Commit 8d36dbc7 authored by MARCHE Claude's avatar MARCHE Claude

doc: API tutorial, building tasks

parent 8e182798
......@@ -68,8 +68,70 @@ As expected, the output is as follows.
\begin{verbatim}
formula 2 is: A and B -> A
\end{verbatim}
Notice that the concrete syntax of Why3 forbids predicate identifiers
to start with a capital letter. This constraint does not exist when
building those directly using library calls.
\section{Buildings Tasks}
Let's see how we can call a prover to prove a formula. As said in
previous chapters, a prover must be given a task, so we need to build
tasks from our formulas. Task can be build incrementally from an empty
task by adding declaration to it, using the functions
\texttt{add\_*\_decl} of module \texttt{Task}. For the formula $true and
false$ above, this is done as follows.
\begin{verbatim}
let task1 : Task.task = None (* empty task *)
let goal_id1 : Decl.prsymbol = Decl.create_prsymbol (Ident.id_fresh "goal1")
let task1 : Task.task = Task.add_prop_decl task1 Decl.Pgoal goal_id1 fmla1
\end{verbatim}
To make the formula a goal, we must give a name to it, here "goal1". A
goal name has type \texttt{prsymbol}, for identifiers denoting
propositions in a theory or a task. Notice again that the concrete
syntax of Why3 requires these symbol to be capitalized, but it is not
mandatory when using the library. The second argument of
\texttt{add\_prop\_decl} is the kind of the proposition:
\texttt{Paxiom}, \texttt{Plemma} or \texttt{Pgoal}.
Once such a task is built, it can be printed.
\begin{verbatim}
(* printing the task *)
let () = printf "@[task 1 is:@\n%a@]@." Pretty.print_task task1
\end{verbatim}
The task for our second formula is a bit more complex to build, because the variables A and B must be add as logic declaration in the task.
\begin{verbatim}
(* task for formula 2 *)
let task2 = None
let task2 = Task.add_logic_decl task2 [prop_var_A, None]
let task2 = Task.add_logic_decl task2 [prop_var_B, None]
let goal_id2 = Decl.create_prsymbol (Ident.id_fresh "goal2")
let task2 = Task.add_prop_decl task2 Decl.Pgoal goal_id2 fmla2
let () = printf "@[task 2 is:@\n%a@]@." Pretty.print_task task2
\end{verbatim}
The argument \texttt{None} is the declarations of logic symbols means
that they do not have any definition.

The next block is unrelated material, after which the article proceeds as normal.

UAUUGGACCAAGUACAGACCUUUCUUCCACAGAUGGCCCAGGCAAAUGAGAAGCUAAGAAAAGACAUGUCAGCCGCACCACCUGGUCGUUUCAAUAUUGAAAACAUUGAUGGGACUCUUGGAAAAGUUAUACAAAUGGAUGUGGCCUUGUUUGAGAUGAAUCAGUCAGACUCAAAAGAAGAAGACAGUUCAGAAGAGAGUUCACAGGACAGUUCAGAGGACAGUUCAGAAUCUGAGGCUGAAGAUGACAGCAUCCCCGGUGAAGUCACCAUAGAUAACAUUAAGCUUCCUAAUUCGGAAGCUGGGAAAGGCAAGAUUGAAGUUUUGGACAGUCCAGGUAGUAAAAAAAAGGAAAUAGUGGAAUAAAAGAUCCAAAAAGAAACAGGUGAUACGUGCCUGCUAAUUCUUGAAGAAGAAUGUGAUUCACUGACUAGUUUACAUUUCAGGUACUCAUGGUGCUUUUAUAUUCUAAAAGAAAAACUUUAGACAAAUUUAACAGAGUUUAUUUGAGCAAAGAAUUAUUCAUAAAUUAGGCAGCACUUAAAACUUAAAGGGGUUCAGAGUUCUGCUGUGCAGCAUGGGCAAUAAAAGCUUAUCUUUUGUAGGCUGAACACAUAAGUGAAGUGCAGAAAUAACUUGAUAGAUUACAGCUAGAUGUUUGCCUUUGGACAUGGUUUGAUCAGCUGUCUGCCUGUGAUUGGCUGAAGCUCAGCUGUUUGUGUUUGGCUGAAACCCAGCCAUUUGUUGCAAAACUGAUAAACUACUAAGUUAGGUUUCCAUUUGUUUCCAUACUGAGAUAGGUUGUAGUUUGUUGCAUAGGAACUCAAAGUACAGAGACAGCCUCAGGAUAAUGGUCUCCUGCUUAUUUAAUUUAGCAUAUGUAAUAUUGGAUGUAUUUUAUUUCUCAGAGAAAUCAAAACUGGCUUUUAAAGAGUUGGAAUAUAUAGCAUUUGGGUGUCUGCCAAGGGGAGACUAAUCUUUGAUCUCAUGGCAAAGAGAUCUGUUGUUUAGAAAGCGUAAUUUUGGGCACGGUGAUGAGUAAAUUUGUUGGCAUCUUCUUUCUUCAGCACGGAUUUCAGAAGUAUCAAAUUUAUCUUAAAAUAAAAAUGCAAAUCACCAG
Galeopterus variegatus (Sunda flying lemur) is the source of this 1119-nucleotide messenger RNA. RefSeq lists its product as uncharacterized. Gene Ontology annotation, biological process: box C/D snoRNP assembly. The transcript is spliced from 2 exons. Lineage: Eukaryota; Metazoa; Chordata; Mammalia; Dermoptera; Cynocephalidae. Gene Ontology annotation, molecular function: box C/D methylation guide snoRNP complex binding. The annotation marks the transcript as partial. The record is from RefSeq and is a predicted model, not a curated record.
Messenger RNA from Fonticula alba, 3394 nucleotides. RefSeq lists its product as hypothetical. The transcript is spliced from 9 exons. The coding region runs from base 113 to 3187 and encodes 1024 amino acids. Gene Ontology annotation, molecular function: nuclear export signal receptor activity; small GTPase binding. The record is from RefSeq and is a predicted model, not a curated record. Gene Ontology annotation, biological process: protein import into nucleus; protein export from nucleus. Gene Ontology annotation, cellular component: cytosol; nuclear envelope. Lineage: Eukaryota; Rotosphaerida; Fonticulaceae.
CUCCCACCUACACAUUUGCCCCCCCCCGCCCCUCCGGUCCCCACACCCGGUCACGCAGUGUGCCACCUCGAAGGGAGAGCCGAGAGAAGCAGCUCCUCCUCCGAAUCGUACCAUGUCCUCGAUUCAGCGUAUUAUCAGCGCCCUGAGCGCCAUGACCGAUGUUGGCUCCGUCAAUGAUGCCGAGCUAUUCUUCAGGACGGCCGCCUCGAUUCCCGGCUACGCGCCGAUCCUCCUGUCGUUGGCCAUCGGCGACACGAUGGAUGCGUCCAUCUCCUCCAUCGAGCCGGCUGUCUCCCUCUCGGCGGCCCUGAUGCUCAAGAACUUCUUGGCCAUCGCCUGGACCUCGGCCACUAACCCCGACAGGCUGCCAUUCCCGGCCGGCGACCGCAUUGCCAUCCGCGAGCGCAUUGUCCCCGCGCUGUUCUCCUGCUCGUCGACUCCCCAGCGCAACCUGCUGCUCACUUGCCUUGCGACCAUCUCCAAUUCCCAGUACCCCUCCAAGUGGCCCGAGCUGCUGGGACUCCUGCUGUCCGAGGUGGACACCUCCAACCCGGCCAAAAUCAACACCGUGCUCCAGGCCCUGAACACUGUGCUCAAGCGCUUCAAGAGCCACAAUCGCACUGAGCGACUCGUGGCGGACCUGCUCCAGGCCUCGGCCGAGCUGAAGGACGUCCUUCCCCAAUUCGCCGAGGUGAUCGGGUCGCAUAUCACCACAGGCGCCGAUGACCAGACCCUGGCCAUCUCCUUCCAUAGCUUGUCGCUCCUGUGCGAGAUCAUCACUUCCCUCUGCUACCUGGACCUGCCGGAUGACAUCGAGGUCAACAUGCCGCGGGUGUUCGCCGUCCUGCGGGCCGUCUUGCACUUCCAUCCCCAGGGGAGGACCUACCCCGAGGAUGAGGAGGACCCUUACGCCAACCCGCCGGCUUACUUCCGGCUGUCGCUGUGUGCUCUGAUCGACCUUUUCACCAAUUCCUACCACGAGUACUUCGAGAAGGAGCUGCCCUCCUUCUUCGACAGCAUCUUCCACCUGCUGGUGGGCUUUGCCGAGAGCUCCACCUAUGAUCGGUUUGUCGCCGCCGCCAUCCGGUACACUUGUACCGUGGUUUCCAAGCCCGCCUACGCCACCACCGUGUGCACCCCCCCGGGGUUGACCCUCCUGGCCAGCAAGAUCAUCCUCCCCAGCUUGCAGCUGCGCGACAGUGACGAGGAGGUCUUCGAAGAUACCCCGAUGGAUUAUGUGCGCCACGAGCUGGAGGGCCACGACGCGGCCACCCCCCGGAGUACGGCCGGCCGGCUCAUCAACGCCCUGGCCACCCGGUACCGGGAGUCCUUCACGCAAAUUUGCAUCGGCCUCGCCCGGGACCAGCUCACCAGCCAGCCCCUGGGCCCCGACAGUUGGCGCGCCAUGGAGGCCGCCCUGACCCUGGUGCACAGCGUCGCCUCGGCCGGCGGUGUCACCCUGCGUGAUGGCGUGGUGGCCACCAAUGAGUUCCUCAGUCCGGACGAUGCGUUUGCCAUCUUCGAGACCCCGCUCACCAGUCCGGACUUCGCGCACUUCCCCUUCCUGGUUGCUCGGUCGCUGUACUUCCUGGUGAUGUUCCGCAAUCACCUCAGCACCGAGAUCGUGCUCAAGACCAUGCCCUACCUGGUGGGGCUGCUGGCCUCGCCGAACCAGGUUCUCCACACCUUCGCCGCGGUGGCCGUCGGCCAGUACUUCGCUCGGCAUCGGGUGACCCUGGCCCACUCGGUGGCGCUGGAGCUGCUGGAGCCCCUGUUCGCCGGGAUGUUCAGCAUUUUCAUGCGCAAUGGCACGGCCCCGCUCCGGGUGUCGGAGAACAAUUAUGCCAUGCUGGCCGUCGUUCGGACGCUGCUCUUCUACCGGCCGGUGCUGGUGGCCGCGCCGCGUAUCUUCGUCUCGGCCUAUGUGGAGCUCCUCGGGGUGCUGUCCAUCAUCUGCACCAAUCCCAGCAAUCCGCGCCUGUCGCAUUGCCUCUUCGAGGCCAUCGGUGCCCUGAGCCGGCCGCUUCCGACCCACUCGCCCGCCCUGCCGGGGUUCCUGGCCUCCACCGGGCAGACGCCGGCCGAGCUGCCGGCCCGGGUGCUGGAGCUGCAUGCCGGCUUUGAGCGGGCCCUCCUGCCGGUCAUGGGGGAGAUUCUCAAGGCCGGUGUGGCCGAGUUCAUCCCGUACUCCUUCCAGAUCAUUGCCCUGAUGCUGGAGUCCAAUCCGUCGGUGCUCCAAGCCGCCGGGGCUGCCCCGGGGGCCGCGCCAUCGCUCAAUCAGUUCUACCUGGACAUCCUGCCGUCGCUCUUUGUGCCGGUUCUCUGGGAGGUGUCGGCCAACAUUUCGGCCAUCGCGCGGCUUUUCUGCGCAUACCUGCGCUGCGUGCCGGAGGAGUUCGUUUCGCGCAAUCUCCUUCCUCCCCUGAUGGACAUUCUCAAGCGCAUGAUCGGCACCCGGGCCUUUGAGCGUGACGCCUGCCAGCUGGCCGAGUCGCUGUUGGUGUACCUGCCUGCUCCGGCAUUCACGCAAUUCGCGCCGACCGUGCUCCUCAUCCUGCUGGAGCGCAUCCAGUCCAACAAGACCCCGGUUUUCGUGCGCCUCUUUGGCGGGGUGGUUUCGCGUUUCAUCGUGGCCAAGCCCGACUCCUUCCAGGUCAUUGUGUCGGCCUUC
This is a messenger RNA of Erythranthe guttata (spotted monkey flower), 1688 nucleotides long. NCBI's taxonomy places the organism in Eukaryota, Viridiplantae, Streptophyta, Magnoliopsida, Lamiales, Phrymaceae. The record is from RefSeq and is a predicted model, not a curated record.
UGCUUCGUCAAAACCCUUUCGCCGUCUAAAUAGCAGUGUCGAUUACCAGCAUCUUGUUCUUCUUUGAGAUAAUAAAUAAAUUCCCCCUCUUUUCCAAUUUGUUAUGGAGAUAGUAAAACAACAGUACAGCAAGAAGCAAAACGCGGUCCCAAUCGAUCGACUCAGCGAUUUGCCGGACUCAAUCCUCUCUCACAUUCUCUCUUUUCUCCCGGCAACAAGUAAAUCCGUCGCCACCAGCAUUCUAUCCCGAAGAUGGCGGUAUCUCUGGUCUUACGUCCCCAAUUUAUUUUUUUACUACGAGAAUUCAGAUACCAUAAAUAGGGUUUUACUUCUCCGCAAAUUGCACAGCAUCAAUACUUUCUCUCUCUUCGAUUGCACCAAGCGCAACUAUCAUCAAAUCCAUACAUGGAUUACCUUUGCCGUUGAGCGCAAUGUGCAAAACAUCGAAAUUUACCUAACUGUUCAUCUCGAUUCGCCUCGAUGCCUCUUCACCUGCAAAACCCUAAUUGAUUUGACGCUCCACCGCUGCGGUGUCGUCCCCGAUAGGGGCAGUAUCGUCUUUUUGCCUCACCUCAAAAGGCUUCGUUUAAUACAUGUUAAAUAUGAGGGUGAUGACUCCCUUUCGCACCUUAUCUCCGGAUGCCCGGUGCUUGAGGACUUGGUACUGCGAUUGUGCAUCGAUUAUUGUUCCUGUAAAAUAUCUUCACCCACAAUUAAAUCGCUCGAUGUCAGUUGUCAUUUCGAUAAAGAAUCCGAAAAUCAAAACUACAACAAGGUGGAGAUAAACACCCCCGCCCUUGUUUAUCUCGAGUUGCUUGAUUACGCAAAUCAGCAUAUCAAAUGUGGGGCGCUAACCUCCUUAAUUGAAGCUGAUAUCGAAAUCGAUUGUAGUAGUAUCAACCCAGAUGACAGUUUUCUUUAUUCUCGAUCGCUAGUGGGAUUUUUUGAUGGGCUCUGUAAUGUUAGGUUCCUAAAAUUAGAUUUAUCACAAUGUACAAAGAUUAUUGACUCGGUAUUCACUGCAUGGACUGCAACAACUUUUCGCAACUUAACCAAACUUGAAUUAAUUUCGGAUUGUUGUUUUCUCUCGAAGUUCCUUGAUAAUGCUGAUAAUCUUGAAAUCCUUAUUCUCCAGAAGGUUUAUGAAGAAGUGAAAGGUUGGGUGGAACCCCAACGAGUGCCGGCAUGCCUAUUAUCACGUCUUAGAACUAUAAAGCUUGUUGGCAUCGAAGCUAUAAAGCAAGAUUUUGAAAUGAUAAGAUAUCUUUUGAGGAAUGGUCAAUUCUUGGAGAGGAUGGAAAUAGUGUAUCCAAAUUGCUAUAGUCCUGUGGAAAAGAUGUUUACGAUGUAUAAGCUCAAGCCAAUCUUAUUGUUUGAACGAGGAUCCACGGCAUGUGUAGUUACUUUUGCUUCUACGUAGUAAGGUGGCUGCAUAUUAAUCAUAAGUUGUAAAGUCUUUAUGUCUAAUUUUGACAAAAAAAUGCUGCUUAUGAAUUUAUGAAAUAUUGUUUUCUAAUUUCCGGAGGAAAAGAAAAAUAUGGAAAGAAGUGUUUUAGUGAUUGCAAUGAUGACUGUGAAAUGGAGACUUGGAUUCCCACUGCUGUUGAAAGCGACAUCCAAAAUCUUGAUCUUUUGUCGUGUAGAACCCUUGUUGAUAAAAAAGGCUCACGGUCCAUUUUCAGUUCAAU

Execution of our OCaml program now outputs:
\begin{verbatim}
task 1 is:
theory Task
goal Goal1 : true or false
end
task 2 is:
theory Task
logic A
logic B
goal Goal2 : A and B -> A
end
\end{verbatim}
\section{Calling External Provers}
\section{Buildings Tasks and calling External Provers}
\section{Building Terms and First-Order Formulas}
......
......@@ -28,7 +28,26 @@ let fmla2 : Term.fmla = Term.f_implies (Term.f_and atom_A atom_B) atom_A
let () = printf "@[formula 2 is:@ %a@]@." Pretty.print_fmla fmla2
(* To build tasks and call prover, we need to access the Why configuration *)
(* building the task for formula 1 alone *)
let task1 : Task.task = None (* empty task *)
let goal_id1 : Decl.prsymbol = Decl.create_prsymbol (Ident.id_fresh "goal1")
let task1 : Task.task = Task.add_prop_decl task1 Decl.Pgoal goal_id1 fmla1
(* printing the task *)
let () = printf "@[task 1 is:@\n%a@]@." Pretty.print_task task1
(* task for formula 2 *)
let task2 = None
let task2 = Task.add_logic_decl task2 [prop_var_A, None]
let task2 = Task.add_logic_decl task2 [prop_var_B, None]
let goal_id2 = Decl.create_prsymbol (Ident.id_fresh "goal2")
let task2 = Task.add_prop_decl task2 Decl.Pgoal goal_id2 fmla2
let () = printf "@[task 2 created:@\n%a@]@." Pretty.print_task task2
(* To call a prover, we need to access the Why configuration *)
(* reads the config file *)
let config = Whyconf.read_config None
......@@ -53,14 +72,6 @@ let alt_ergo =
(* loading the Alt-Ergo driver *)
let alt_ergo_driver = Driver.load_driver env alt_ergo.Whyconf.driver
(* building the task for formula 1 alone *)
let task1 = None (* empty task *)
let goal_id1 = Decl.create_prsymbol (Ident.id_fresh "goal1")
let task1 = Task.add_prop_decl task1 Decl.Pgoal goal_id1 fmla1
(* printing the task *)
let () = printf "@[task 1 is:@\n%a@]@." Pretty.print_task task1
(* call Alt-Ergo *)
let result1 =
Driver.prove_task ~command:alt_ergo.Whyconf.command
......@@ -70,14 +81,6 @@ let result1 =
let () = printf "@[On task 1, alt-ergo answers %a@."
Call_provers.print_prover_result result1
let task2 = None
let task2 = Task.add_logic_decl task2 [prop_var_A, None]
let task2 = Task.add_logic_decl task2 [prop_var_B, None]
let goal_id2 = Decl.create_prsymbol (Ident.id_fresh "goal2")
let task2 = Task.add_prop_decl task2 Decl.Pgoal goal_id2 fmla2
let () = printf "@[task 2 created:@\n%a@]@." Pretty.print_task task2
let result2 =
Driver.prove_task ~command:alt_ergo.Whyconf.command
alt_ergo_driver task2 () ()
......
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